She said she wanted to name him Hoss because it meant “big friendly man” or something in her native tongue (I suppose she was Swedish – the typecast seems to have stuck). Which is strange, considering it seemed more likely to be a nickname for “horse” since he was big.

Here’s some more details provided by alert viewer David K. Anderson:

Adam’s mother was the daughter of a New England whaling captain. Ben was a mate on his father-in-law’s ship until his wife died giving birth to Adam. Ben decided to leave whaling and head West with his infant son. He made it to New Orleans where he met and married Little Joe’s mother. She was a French beauty who also died in childbirth. Ben decided to head farther west taking his two sons with him. Hoss’s mother was an Indian maiden (possibly played by Inga Swenson; I don’t remember). Once again, she died in childbirth and Ben headed farther west to Nevada territory to found the Ponderosa and raise his motherless boys.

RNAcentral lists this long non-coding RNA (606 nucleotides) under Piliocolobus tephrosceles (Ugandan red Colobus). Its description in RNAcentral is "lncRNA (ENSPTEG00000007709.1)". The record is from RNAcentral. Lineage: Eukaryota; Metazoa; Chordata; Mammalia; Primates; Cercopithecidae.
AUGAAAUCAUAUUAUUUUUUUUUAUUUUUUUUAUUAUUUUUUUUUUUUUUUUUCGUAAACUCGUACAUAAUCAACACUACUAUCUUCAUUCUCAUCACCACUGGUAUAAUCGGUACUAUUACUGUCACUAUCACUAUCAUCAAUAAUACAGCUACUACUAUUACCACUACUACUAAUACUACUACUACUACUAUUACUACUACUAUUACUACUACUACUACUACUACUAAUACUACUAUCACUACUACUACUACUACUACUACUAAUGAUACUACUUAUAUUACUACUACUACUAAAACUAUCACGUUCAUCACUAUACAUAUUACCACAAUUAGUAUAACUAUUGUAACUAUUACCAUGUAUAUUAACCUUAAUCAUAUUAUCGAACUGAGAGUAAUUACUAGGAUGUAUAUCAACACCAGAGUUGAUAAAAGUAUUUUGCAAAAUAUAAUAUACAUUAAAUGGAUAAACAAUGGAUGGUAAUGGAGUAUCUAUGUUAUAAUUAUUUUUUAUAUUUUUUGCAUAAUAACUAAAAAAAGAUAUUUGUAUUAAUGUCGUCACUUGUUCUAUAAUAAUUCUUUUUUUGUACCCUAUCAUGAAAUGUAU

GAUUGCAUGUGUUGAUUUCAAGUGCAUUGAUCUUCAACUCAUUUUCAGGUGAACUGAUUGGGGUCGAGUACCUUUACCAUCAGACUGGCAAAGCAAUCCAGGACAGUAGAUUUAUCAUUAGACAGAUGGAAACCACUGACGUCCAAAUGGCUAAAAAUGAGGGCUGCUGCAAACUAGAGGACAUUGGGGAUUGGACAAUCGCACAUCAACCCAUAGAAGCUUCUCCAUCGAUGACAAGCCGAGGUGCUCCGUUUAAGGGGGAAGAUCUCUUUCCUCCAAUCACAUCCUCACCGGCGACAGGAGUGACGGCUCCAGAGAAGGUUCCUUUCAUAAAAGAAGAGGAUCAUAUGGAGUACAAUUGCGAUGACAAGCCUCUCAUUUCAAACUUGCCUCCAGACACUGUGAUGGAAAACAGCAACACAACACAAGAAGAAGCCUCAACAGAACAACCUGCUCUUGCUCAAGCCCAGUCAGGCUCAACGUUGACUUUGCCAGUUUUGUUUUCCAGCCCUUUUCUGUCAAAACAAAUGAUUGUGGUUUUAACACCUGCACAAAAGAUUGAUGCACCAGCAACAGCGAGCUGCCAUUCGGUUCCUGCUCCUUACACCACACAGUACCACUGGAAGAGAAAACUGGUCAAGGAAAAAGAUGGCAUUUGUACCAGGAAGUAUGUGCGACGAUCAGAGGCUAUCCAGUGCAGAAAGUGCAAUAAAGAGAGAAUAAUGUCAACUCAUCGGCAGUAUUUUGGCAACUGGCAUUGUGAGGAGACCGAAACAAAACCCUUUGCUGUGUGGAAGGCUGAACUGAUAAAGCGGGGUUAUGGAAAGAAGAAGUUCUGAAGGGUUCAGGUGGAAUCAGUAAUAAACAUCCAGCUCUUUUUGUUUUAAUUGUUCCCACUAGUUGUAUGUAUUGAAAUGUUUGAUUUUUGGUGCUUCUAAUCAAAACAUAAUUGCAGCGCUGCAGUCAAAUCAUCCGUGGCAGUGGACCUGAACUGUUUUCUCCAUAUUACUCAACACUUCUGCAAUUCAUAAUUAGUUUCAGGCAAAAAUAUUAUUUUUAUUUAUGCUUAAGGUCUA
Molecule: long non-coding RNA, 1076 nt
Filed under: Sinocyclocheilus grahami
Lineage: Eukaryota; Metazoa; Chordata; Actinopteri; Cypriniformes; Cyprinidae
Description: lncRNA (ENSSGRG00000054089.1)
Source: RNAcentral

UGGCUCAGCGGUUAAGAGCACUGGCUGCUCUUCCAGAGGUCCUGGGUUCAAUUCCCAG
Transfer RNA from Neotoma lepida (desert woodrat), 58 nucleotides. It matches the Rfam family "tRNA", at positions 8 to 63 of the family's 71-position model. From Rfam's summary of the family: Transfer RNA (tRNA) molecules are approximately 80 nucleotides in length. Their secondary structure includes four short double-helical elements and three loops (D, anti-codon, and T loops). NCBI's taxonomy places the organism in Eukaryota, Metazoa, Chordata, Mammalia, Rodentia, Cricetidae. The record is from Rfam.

That should settle the controversy, right? Wrong. Libby Moore (lmoore@en.com)wrote in
her version of the Cartwright Wives deaths…

“[Ben’s] first wife, Adam’s mother, did die this way [in childbirth], but Hoss’ mother died in an Indian attack when Hoss was a baby and Joe’s mother died when he was a small child, from a fall from her horse.”

Had enough? here’s some more thoughts on the Cartwright birth history from Alert Viewer Shirley Thompson….

Regarding your “alert viewer” David K. Anderson… He lists the order of the sons birth as Adam, Little Joe and then Hoss. Sorry, but anyone who is “alert” knws that it was Adam, Hoss, THEN Little Joe. Libby Moore is correct from what I can gather.

But wait! There’s MORE from Valerie Ellis, yet another Alert Bonanza Viewer: